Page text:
Many of the conventional and combined cycle (CCGT) power plants, which have been in operation for a number of years, are presently being subjected to frequent start-stop cycles for longer periods of time. The reasons for this change in operating mode (from base load to cyclic operation) are related to economic factors, environmental drivers, market regulations, privatization of the power industry and the increasing use of non-dispatchable power sources. Whatever the reasons for change in the operation mode, these plants need to meet market demands and those that cannot do this can be penalized. Previous studies carried out by ETD have shown that the older plants, when subjected to cyclic operation, exhibit new damage types at a relatively short time after the start of the cyclic mode operation compared with the newer plants. Thus, it is clear that plants which have undergone changes in operating mode from base load to cycling need appropriate guidance for the improvement of their existing maintenance programs in order to ensure significant savings, higher operational flexibility, faster response and improved profitability.
Analysis of the survey carried out as a part of this project revealed that the changing of operation mode from base load to cycling has great impact on plant performance as well as maintenance programs. In this work, various performance metrics, such as equivalent forced outage factor (EFOF), equivalent planned outage factor (EPOF), availability, reliability, etc., were analyzed to determine the impact of cycling. The performance analysis identified three distinct areas for the entire life cycle of a power plant operating either in base load or cycling regime, which form the classic ‘bathtub’ shape curve (typical to most plant equipment). Analysis of Reliability (R) and Availability (A) revealed lower values during the earlier plant life and higher values during the later part of the plant life. A case study presented in this report for a group of conventional and CCGT units, which were originally designed for base load and after a certain period of operation were converted to cycling, also supports these analysis results.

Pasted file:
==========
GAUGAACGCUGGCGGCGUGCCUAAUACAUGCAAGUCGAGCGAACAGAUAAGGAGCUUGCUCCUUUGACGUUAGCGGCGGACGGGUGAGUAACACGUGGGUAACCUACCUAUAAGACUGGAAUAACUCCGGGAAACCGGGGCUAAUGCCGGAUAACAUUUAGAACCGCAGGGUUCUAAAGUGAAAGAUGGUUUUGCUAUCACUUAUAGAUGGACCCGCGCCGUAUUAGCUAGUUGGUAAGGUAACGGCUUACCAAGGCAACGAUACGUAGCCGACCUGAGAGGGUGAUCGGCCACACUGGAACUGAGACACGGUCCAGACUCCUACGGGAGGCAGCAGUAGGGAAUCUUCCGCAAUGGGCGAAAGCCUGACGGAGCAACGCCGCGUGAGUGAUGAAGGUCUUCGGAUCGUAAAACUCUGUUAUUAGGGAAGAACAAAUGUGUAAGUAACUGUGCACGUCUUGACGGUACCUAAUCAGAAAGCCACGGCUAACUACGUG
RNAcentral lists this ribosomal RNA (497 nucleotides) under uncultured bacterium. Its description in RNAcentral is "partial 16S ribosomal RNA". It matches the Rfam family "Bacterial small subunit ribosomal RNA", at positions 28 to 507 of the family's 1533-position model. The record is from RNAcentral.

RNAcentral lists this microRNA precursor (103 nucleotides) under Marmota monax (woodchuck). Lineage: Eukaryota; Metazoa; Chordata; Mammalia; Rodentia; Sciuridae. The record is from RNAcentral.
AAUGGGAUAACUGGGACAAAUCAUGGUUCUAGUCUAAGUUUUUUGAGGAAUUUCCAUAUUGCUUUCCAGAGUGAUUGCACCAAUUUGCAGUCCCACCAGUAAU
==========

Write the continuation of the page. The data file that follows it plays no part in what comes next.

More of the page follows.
The exact nature of the cyclic operation does have a significant effect on the maintenance plans (i.e. the changes that need to be made from the standard base load maintenance plan). In general, a maintenance program for a power plant includes the maintenance schedule, selection of inspection type and selection of inspection scope (selection of locations/areas to be inspected). The analysis revealed that cycling units require more maintenance due to additional damages/issues (which are mostly related to fatigue damage) and, therefore, more focused inspections are required. A summary of general guidelines is developed in this report for maintenance of the cycling units. The report also provides maintenance activities including inspection guidelines and recommendations for component based damage inspection for both base load and cycling units.
This report has been divided into different sections to make it easier to follow. References have been provided at the end of each section for the reader to gain further background information, if needed.
Conventional plant, Combined Cycle Power Plant (CCGT), Base load, Cycling, Switching operation, Maintenance program, higher operational flexibility, Performance, Availability, Reliability, Outage interval, Inspection scope, Failure, Cycling issues, Fatigue Damage, Guidelines